Rob Kinyon > DBIx-Class-Sims-0.10 > DBIx::Class::Sims

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Module Version: 0.10   Source   Latest Release: DBIx-Class-Sims-0.300002

NAME ^

DBIx::Class::Sims - The addition of simulating data to DBIx::Class

SYNOPSIS ^

Within your schema class:

  __PACKAGE__->load_components('Sims');

Within your resultsources, specify the sims generation rules for columns that need specified.

  __PACKAGE__->add_columns(
    ...
    address => {
      data_type => 'varchar',
      is_nullable => 1,
      data_length => 10,
      sim => { type => 'us_address' },
    },
    zipcode => {
      data_type => 'varchar',
      is_nullable => 1,
      data_length => 10,
      sim => { type => 'us_zipcode' },
    },
    column1 => {
      data_type => 'int',
      is_nullable => 0,
      sim => {
        min => 10,
        max => 20,
      },
    },
    column2 => {
      data_type => 'varchar',
      is_nullable => 1,
      data_length => 10,
      default_value => 'foobar',
    },
    ...
  );

Later:

  $schema->deploy({
    add_drop_table => 1,
  });

  my $ids = $schema->load_sims({
    Table1 => [
      {}, # Take sims or default values for everything
      { # Override some values, take sim values for others
        column1 => 20,
        column2 => 'something',
      },
    ],
  });

PURPOSE ^

Generating test data for non-simplistic databases is extremely hard, especially as the schema grows and changes. Designing scenarios should be doable by only specifying the minimal elements actually used in the test with the test being resilient to any changes in the schema that don't affect the elements specified. This includes changes like adding a new parent table, new required child tables, and new non-NULL columns to the table being tested.

With Sims, you specify only what you care about. Any required parent rows are automatically generated. If a row requires a certain number of child rows (all artists must have one or more albums), that can be set as well. If a column must have specific data in it (a US zipcode or a range of numbers), you can specify that in the table definition.

And, in all cases, you can override anything.

DESCRIPTION ^

This is a DBIx::Class component that adds a few methods to your DBIx::Class::Schema object. These methods make it much easier to create data for testing purposes (though, obviously, it's not limited to just test data).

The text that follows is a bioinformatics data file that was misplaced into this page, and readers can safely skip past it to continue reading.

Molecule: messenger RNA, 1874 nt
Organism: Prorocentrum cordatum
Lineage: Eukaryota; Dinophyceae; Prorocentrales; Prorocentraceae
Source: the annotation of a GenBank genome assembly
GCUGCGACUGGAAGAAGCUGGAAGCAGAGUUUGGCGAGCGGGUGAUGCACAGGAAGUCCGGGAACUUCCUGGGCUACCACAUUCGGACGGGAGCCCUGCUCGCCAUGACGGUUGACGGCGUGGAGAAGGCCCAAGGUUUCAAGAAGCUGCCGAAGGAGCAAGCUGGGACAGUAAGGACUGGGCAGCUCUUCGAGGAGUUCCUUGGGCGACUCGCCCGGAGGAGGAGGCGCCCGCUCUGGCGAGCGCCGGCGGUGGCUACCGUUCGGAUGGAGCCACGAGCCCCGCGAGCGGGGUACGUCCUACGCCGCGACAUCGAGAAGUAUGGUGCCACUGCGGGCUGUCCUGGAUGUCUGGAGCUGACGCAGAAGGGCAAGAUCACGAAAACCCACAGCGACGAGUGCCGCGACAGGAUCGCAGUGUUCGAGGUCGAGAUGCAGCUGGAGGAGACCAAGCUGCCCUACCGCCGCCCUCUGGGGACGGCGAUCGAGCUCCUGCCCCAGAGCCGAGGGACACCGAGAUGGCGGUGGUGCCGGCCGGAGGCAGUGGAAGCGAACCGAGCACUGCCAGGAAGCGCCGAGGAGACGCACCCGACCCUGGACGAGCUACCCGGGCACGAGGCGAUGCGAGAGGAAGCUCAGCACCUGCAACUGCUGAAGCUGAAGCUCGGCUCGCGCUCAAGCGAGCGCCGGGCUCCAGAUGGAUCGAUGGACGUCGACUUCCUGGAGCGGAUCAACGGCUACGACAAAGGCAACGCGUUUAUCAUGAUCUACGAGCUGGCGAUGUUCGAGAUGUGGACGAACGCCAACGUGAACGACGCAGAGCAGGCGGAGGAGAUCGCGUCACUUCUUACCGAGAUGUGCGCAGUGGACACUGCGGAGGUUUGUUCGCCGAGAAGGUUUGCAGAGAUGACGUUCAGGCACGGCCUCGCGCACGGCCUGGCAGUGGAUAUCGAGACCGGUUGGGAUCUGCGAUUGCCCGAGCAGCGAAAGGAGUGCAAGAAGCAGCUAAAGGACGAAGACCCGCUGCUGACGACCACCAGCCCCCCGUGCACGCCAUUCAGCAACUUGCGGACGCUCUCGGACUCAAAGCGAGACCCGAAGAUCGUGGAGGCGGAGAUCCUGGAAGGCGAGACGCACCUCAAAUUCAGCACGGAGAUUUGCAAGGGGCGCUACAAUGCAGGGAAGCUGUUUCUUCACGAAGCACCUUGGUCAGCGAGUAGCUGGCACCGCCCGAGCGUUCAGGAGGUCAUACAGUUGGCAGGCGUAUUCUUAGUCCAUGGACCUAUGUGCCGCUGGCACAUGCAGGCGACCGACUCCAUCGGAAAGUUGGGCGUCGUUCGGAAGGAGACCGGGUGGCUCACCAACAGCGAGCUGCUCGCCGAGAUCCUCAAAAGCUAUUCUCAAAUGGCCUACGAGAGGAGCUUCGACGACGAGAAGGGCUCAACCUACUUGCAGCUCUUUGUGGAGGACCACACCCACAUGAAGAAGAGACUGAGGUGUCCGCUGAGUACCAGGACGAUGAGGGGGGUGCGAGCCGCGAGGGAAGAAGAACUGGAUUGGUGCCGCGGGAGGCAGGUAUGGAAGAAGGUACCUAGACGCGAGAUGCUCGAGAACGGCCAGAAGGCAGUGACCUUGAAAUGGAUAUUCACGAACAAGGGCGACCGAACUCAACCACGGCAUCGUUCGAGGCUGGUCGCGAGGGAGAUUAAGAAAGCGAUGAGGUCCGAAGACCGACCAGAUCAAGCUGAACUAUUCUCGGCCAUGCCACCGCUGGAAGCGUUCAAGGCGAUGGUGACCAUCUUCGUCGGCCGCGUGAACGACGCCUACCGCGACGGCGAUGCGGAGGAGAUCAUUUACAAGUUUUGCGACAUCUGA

METHODS ^

load_sims

$rv = $schema->load_sims( $spec, ?$constraints, ?$hooks )

This method will load the rows requested in $spec, plus any additional rows necessary to make those rows work. This includes any parent rows (as defined by belongs_to) and per any constraints defined in $constraints. If need-be, you can pass in hooks (as described below) to manipulate the data.

load_sims does all of its work within a call to "txn_do" in DBIx::Class::Schema. If anything goes wrong, load_sims will rethrow the error after the transaction is rolled back.

This, of course, assumes that the tables you are working with support transactions. (I'm looking at you, MyISAM!) If they do not, that is on you.

Return value

This will return a hash of arrays of hashes. This will match the $spec, except that where the $spec has a requested set of things to make, the return will have the DBIx::Class::Row objects that were created.

Note that you do not get back the objects for anything other than the objects specified at the top level.

set_sim_type

$class_or_obj->set_sim_type({ $name => $handler, ... });

This method will set the handler for the $name sim type. The handler must be a reference to a subroutine. You may pass in as many name/handler pairs as you like.

This method may be called as a class or object method.

This method returns nothing.

set_sim_types() is an alias to this method.

SPECIFICATION ^

The specification can be passed along as a filename that contains YAML or JSON, a string that contains YAML or JSON, or as a hash of arrays of hashes. The structure should look like:

  {
    ResultSourceName => [
      {
        column => $value,
        column => $value,
        relationship => {
          column => $value,
        },
        'relationship.column' => $value,
        'rel1.rel2.rel3.column' => $value,
      },
    ],
  }

If a column is a belongs_to relationship name, then the row associated with that relationship specifier will be used. This is how you would specify a specific parent-child relationship. (Otherwise, a random choice will be made as to which parent to use, creating one as necessary if possible.) The dots will be followed as far as necessary.